This system according to this invention comprising a rectifying stage to form a hydrocarbon-rich fraction, for example of methane, and a hydrocarbon-depleted fraction containing sour gases (i.e., acidic components), combined with the subsequent scrubbing stages for the two fractions in two scrubbing columns but with the same, physical scrubbing medium selective for H2 S vis a vis CO2, results, synergistically in unexpectedly high yields and purities of a hydrocarbon product fraction, a CO2 product fraction, and an H2 S product fraction. The purity of the H2 S and CO2 fractions permit, on the one hand, the introduction of the H2 S fraction directly to a Claus installation for further processing and, on the other hand, the utilization of the pressurized CO2, for example, in tertiary petroleum recovery to increase the yield of petroleum.
According to the invention, the rectification is conducted under a pressure lying below the critical pressure at all locations of the column. In particular, the pressure is maintained at values of between 40 and 65 bar, preferably between 45 and 58 bar. Thus, the critical pressure of the condensate is nowhere exceeded within the column, so that the condensate remains in the liquid phase. The temperature of the overhead product is preferably in the range of about -45°--56° C. whereas the temperature of the sump liquid is preferably about +10°-+40° C.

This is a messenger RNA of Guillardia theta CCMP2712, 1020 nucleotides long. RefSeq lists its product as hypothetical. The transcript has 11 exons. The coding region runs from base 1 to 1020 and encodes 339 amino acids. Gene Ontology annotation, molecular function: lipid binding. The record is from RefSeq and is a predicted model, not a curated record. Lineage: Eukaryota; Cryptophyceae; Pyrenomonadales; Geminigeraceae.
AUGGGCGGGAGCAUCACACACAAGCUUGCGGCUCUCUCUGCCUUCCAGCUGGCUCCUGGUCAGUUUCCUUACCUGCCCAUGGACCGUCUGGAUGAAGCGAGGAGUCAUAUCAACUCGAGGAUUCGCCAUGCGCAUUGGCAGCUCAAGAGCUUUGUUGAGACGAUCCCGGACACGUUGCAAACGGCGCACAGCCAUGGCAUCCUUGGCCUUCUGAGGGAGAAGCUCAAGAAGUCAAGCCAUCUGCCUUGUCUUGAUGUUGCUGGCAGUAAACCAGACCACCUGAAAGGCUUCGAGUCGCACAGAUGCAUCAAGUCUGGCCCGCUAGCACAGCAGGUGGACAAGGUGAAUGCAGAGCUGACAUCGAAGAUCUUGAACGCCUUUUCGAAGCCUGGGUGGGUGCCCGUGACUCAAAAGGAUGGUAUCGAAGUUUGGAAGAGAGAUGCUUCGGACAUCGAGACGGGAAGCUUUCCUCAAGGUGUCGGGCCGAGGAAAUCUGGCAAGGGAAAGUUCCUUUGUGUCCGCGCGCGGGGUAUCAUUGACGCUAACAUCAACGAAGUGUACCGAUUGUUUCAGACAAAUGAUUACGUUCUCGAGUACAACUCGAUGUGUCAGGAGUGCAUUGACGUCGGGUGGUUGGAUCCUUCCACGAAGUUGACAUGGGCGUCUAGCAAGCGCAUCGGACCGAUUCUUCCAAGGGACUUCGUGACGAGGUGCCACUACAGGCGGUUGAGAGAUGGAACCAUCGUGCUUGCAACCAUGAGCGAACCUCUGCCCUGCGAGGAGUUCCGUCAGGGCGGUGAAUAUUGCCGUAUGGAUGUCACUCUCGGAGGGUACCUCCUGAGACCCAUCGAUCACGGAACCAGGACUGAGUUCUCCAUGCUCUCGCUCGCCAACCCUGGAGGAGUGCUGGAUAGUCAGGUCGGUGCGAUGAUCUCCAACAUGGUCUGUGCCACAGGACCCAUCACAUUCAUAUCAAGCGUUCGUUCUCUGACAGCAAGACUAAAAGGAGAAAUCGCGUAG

According to a preferred aspect of this invention, the overhead product from the rectifying column, after separation of the sulfur-containing components, especially H2 S and COS, is cooled and freed of CO2 be low ambient temperature. The working temperature is defined by refrigeration cycle.